By Jana Wäldchen, Hans-Christian Wittich, Michael Rzanny, Alice Fritz, and Patrick Mäder.
This Plain Language Summary is published ahead of the article discussed; check back soon for a link to the full paper.
The correct and quick identification of plant species plays an important role in the protection of biodiversity, because people can only protect what they know. Automated species identification via apps like Flora Incognita can help closing the knowledge gap, but still the most common way of identifying plant species is working with character keys in printed books. For laypersons, these keys are often difficult to understand because of the widespread use of technical terms and the lack of easily understandable illustrations.
But biodiversity monitoring often involves or even relies on citizen scientists. In many cases, detailed information on species, phenological characteristics or other markers are required to fulfill the given tasks. To be able to keep and grow the number of citizen scientists contributing to monitoring projects, new approaches to support beginners would be helpful – especially in building species identification skills based on plant characteristics quickly and reliably.
Our publication “Towards more effective identification keys – a study of people identifying plant species characters” shares insights into this by systematically examining how well people with different backgrounds in botany perceive, understand and relate morphological plant characteristics. In the end, our assessment suggests a set of design principles for intuitive and user-friendly identification keys.
Why is the correct perception of plant characters important?
Rhamnus cathartica and Cornus sanguinea
In this example, you can see pictures of the European buckthorn (Rhamnus cathartica) and the common dogwood (Cornus sanguinea). On first sight, both species look very similar, so the exact perception and description of the leaves’ edges is a determining factor of species identification.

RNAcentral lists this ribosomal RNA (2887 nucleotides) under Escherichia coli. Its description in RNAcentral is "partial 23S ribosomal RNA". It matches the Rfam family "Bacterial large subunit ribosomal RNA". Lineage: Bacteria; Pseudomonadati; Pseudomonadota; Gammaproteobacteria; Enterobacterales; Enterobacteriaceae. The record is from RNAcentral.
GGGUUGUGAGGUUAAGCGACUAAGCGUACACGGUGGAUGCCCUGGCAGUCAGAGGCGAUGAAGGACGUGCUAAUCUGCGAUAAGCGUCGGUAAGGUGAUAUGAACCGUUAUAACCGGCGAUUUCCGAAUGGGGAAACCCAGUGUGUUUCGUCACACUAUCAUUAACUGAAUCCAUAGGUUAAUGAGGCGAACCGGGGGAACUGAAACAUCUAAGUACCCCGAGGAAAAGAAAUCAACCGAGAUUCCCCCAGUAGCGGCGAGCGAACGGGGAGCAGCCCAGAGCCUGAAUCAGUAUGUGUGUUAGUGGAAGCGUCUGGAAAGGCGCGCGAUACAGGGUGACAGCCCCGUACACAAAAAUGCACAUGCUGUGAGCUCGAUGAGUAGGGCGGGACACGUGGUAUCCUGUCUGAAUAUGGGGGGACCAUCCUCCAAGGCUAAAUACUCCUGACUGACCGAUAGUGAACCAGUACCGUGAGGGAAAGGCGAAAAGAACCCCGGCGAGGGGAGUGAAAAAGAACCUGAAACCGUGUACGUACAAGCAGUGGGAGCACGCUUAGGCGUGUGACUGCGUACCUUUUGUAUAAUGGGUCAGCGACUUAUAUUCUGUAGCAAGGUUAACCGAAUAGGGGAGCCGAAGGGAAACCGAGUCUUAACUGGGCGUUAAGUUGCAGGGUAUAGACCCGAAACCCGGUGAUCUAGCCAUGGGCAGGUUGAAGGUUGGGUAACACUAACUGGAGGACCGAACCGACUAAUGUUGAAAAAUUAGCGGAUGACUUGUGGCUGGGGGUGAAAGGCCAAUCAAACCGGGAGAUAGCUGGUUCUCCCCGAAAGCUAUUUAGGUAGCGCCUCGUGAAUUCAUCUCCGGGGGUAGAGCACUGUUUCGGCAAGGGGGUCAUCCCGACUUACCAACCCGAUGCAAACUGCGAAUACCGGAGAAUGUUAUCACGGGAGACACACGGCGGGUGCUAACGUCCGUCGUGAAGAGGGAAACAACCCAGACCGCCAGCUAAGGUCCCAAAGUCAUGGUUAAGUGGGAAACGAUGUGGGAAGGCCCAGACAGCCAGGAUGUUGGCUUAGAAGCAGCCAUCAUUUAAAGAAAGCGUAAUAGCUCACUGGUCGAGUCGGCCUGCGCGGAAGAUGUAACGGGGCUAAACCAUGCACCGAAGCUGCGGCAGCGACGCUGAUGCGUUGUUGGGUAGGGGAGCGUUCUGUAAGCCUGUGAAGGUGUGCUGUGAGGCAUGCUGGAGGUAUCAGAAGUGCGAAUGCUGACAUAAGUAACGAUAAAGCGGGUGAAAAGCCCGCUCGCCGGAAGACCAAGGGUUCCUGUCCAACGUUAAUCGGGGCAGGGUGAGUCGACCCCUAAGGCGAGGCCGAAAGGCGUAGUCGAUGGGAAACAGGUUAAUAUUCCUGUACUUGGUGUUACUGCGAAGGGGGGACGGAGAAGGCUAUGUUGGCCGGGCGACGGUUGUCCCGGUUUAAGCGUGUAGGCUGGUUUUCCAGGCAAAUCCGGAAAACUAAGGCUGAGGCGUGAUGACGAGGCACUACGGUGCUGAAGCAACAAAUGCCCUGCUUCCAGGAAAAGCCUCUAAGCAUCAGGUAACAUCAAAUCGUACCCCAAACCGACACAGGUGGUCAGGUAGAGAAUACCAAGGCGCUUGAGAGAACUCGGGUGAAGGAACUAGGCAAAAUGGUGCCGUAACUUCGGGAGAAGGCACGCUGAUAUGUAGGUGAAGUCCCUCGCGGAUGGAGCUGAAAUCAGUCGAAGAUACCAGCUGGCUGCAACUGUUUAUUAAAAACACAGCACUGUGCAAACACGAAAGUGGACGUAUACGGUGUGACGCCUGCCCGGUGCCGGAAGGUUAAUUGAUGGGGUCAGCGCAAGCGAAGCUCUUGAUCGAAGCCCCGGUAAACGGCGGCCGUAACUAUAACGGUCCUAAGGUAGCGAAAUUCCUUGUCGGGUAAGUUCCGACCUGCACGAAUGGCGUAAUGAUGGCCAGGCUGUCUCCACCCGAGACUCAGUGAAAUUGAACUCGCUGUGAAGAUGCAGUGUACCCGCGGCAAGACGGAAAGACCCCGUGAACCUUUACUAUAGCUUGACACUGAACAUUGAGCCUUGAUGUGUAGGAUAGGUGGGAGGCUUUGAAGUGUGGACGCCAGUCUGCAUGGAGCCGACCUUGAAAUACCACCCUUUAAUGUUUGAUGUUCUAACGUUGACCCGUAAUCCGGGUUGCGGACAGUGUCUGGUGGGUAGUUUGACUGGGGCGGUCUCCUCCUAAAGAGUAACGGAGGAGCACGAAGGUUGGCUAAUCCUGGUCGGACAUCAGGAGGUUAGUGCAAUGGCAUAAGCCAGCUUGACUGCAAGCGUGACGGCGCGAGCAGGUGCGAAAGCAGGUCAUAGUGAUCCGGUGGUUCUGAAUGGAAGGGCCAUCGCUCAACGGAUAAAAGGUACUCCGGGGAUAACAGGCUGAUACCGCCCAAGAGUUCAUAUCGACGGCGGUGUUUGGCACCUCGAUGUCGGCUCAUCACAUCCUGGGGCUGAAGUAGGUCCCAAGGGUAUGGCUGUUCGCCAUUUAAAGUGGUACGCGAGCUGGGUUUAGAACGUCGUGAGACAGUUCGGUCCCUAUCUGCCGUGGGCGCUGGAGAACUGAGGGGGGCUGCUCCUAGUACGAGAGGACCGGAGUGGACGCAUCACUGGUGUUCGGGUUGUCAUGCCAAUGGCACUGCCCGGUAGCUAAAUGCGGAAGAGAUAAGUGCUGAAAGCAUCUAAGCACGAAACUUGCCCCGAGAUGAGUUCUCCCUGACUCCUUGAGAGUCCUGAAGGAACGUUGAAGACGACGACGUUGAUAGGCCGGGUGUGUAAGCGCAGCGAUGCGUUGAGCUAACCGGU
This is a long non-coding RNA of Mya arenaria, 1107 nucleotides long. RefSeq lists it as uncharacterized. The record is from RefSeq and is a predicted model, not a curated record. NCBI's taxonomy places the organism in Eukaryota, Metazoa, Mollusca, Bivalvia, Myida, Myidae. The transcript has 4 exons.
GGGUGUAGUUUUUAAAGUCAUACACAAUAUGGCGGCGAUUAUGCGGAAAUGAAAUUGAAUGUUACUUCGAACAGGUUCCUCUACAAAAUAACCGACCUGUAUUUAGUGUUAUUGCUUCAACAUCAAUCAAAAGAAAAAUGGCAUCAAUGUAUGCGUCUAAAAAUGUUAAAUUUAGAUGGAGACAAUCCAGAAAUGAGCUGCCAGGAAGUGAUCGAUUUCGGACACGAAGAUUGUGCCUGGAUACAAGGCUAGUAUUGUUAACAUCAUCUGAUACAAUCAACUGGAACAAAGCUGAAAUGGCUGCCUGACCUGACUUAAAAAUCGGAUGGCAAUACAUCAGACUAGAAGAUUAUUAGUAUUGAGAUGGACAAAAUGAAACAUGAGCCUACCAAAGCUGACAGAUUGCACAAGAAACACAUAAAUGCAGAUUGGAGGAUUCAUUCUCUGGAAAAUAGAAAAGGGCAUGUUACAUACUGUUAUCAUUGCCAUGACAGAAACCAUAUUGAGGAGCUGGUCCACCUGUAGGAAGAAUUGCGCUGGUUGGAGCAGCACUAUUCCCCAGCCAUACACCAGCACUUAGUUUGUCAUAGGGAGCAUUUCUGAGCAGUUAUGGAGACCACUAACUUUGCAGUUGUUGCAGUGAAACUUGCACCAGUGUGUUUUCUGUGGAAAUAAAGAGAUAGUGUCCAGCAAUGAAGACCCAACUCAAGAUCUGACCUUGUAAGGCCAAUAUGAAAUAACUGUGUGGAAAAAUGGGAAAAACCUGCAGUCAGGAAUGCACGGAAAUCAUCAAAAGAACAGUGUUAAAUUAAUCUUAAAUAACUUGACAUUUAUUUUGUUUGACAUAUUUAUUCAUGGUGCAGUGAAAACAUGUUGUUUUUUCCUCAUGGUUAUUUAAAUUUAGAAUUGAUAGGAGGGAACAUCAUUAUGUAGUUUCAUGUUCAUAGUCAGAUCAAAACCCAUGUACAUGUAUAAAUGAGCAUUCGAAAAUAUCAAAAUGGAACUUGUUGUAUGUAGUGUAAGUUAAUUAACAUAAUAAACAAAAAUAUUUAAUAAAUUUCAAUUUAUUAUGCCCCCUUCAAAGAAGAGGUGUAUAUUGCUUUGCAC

With its grey-brown bark and often thorny branches, Rhamnus cathartica has elliptic to oval leaves with serrated margins. Cornus sanguinea on the other hand has dark greenish-brown branches with elliptic to oval leaves that have an entire margin.
The determining factor in this case is one adjective that needs to be known, understood and perceived to identify the plant in question.
We conducted an online survey with 484 participants. After assessing the participant’s prior plant and species knowledge, they were given the task to identify morphological plant characters from a number of plant images, supported by pictograms, as shown below. In total, 25 different plant characters were shown on 6 images from different perspectives.
On average, the participants identified 79% of the characters correctly, even those without extensive species knowledge. Those who declared themselves as intermediate or expert in terms of plant expertise needed less images of the respective plant to give a clear answer, and felt overall more sure about their answer. On average, flower-related characters were identified significantly more often and faster than leaf-related characters. Also, flower-related characters needed less images to find a definite answer.
It seems that with carefully derived plant characters, illustrated by a combination of icons and explanatory text, even complex structures can be understood and correctly addressed even from laypersons. With this, we show that future design of traditional identification keys should not only focus on botanical terms, but also on the users and their current skill set. Improving the species knowledge and learning plant identification methods via apps or printed guidelines can be supported by intuitive icons, descriptions and questions that guide the user through the identification process.